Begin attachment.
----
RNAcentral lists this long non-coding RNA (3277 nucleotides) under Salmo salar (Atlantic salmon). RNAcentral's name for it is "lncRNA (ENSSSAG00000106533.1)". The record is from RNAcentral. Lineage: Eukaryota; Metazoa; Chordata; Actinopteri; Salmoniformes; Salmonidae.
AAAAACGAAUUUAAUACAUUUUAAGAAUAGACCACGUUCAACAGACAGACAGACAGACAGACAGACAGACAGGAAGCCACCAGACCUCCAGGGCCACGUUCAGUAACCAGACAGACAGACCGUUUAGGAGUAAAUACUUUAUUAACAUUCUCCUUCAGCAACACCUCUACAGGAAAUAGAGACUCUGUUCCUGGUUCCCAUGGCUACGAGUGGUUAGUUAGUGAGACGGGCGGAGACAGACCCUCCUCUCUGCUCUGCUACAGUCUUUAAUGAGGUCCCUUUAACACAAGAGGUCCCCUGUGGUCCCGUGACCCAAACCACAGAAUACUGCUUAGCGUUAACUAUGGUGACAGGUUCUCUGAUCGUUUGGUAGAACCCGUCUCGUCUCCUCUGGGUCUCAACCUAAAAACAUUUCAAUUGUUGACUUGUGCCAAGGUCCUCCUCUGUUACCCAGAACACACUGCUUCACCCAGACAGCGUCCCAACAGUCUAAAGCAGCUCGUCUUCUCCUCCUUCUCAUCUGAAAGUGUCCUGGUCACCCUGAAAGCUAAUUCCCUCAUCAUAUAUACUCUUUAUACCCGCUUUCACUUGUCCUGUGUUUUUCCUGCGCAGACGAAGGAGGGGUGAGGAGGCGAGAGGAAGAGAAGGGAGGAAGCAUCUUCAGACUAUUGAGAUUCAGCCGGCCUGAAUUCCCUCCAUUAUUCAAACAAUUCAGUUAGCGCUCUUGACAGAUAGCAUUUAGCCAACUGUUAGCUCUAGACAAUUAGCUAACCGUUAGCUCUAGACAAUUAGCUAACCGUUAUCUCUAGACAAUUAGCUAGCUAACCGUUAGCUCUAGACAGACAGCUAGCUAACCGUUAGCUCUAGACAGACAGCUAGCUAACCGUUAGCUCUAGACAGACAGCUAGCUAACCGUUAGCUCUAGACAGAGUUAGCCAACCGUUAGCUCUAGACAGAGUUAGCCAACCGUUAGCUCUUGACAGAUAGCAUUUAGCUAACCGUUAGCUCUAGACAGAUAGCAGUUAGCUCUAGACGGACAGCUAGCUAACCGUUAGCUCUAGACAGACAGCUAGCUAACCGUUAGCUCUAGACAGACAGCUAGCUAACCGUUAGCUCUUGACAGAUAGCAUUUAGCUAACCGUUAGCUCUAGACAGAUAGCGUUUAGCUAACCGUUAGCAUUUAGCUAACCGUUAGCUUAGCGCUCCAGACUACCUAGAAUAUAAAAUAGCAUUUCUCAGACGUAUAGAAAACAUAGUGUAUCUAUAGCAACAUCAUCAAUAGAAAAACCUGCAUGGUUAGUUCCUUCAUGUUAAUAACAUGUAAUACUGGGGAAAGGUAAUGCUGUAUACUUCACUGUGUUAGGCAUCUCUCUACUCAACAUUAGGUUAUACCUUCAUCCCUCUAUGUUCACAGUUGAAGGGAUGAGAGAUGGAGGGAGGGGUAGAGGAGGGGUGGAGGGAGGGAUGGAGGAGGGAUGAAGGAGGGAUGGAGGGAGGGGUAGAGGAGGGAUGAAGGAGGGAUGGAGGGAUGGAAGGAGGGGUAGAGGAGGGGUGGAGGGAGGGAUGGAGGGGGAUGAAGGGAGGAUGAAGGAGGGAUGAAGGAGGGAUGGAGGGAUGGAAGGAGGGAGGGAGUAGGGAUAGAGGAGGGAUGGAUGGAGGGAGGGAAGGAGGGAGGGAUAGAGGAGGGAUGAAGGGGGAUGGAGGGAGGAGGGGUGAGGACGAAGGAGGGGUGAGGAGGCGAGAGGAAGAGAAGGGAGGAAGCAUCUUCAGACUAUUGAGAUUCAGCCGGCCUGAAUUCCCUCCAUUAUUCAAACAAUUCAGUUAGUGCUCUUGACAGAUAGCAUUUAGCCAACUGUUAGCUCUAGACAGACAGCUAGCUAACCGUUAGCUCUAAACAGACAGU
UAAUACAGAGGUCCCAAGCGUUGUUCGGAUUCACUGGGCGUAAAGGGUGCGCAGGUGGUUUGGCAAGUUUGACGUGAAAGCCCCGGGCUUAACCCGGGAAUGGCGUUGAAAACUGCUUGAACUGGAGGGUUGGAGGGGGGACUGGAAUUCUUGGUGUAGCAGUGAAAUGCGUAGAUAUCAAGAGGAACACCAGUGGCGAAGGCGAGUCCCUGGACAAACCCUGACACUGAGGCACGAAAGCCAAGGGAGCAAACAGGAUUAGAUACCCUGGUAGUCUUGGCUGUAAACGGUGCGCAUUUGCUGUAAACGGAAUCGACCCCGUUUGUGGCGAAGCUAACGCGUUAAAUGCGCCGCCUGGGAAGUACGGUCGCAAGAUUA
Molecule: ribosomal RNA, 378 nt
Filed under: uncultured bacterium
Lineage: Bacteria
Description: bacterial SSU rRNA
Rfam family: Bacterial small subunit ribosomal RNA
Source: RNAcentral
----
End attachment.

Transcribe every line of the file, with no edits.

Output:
RNAcentral lists this long non-coding RNA (3277 nucleotides) under Salmo salar (Atlantic salmon). RNAcentral's name for it is "lncRNA (ENSSSAG00000106533.1)". The record is from RNAcentral. Lineage: Eukaryota; Metazoa; Chordata; Actinopteri; Salmoniformes; Salmonidae.
AAAAACGAAUUUAAUACAUUUUAAGAAUAGACCACGUUCAACAGACAGACAGACAGACAGACAGACAGACAGGAAGCCACCAGACCUCCAGGGCCACGUUCAGUAACCAGACAGACAGACCGUUUAGGAGUAAAUACUUUAUUAACAUUCUCCUUCAGCAACACCUCUACAGGAAAUAGAGACUCUGUUCCUGGUUCCCAUGGCUACGAGUGGUUAGUUAGUGAGACGGGCGGAGACAGACCCUCCUCUCUGCUCUGCUACAGUCUUUAAUGAGGUCCCUUUAACACAAGAGGUCCCCUGUGGUCCCGUGACCCAAACCACAGAAUACUGCUUAGCGUUAACUAUGGUGACAGGUUCUCUGAUCGUUUGGUAGAACCCGUCUCGUCUCCUCUGGGUCUCAACCUAAAAACAUUUCAAUUGUUGACUUGUGCCAAGGUCCUCCUCUGUUACCCAGAACACACUGCUUCACCCAGACAGCGUCCCAACAGUCUAAAGCAGCUCGUCUUCUCCUCCUUCUCAUCUGAAAGUGUCCUGGUCACCCUGAAAGCUAAUUCCCUCAUCAUAUAUACUCUUUAUACCCGCUUUCACUUGUCCUGUGUUUUUCCUGCGCAGACGAAGGAGGGGUGAGGAGGCGAGAGGAAGAGAAGGGAGGAAGCAUCUUCAGACUAUUGAGAUUCAGCCGGCCUGAAUUCCCUCCAUUAUUCAAACAAUUCAGUUAGCGCUCUUGACAGAUAGCAUUUAGCCAACUGUUAGCUCUAGACAAUUAGCUAACCGUUAGCUCUAGACAAUUAGCUAACCGUUAUCUCUAGACAAUUAGCUAGCUAACCGUUAGCUCUAGACAGACAGCUAGCUAACCGUUAGCUCUAGACAGACAGCUAGCUAACCGUUAGCUCUAGACAGACAGCUAGCUAACCGUUAGCUCUAGACAGAGUUAGCCAACCGUUAGCUCUAGACAGAGUUAGCCAACCGUUAGCUCUUGACAGAUAGCAUUUAGCUAACCGUUAGCUCUAGACAGAUAGCAGUUAGCUCUAGACGGACAGCUAGCUAACCGUUAGCUCUAGACAGACAGCUAGCUAACCGUUAGCUCUAGACAGACAGCUAGCUAACCGUUAGCUCUUGACAGAUAGCAUUUAGCUAACCGUUAGCUCUAGACAGAUAGCGUUUAGCUAACCGUUAGCAUUUAGCUAACCGUUAGCUUAGCGCUCCAGACUACCUAGAAUAUAAAAUAGCAUUUCUCAGACGUAUAGAAAACAUAGUGUAUCUAUAGCAACAUCAUCAAUAGAAAAACCUGCAUGGUUAGUUCCUUCAUGUUAAUAACAUGUAAUACUGGGGAAAGGUAAUGCUGUAUACUUCACUGUGUUAGGCAUCUCUCUACUCAACAUUAGGUUAUACCUUCAUCCCUCUAUGUUCACAGUUGAAGGGAUGAGAGAUGGAGGGAGGGGUAGAGGAGGGGUGGAGGGAGGGAUGGAGGAGGGAUGAAGGAGGGAUGGAGGGAGGGGUAGAGGAGGGAUGAAGGAGGGAUGGAGGGAUGGAAGGAGGGGUAGAGGAGGGGUGGAGGGAGGGAUGGAGGGGGAUGAAGGGAGGAUGAAGGAGGGAUGAAGGAGGGAUGGAGGGAUGGAAGGAGGGAGGGAGUAGGGAUAGAGGAGGGAUGGAUGGAGGGAGGGAAGGAGGGAGGGAUAGAGGAGGGAUGAAGGGGGAUGGAGGGAGGAGGGGUGAGGACGAAGGAGGGGUGAGGAGGCGAGAGGAAGAGAAGGGAGGAAGCAUCUUCAGACUAUUGAGAUUCAGCCGGCCUGAAUUCCCUCCAUUAUUCAAACAAUUCAGUUAGUGCUCUUGACAGAUAGCAUUUAGCCAACUGUUAGCUCUAGACAGACAGCUAGCUAACCGUUAGCUCUAAACAGACAGU
UAAUACAGAGGUCCCAAGCGUUGUUCGGAUUCACUGGGCGUAAAGGGUGCGCAGGUGGUUUGGCAAGUUUGACGUGAAAGCCCCGGGCUUAACCCGGGAAUGGCGUUGAAAACUGCUUGAACUGGAGGGUUGGAGGGGGGACUGGAAUUCUUGGUGUAGCAGUGAAAUGCGUAGAUAUCAAGAGGAACACCAGUGGCGAAGGCGAGUCCCUGGACAAACCCUGACACUGAGGCACGAAAGCCAAGGGAGCAAACAGGAUUAGAUACCCUGGUAGUCUUGGCUGUAAACGGUGCGCAUUUGCUGUAAACGGAAUCGACCCCGUUUGUGGCGAAGCUAACGCGUUAAAUGCGCCGCCUGGGAAGUACGGUCGCAAGAUUA
Molecule: ribosomal RNA, 378 nt
Filed under: uncultured bacterium
Lineage: Bacteria
Description: bacterial SSU rRNA
Rfam family: Bacterial small subunit ribosomal RNA
Source: RNAcentral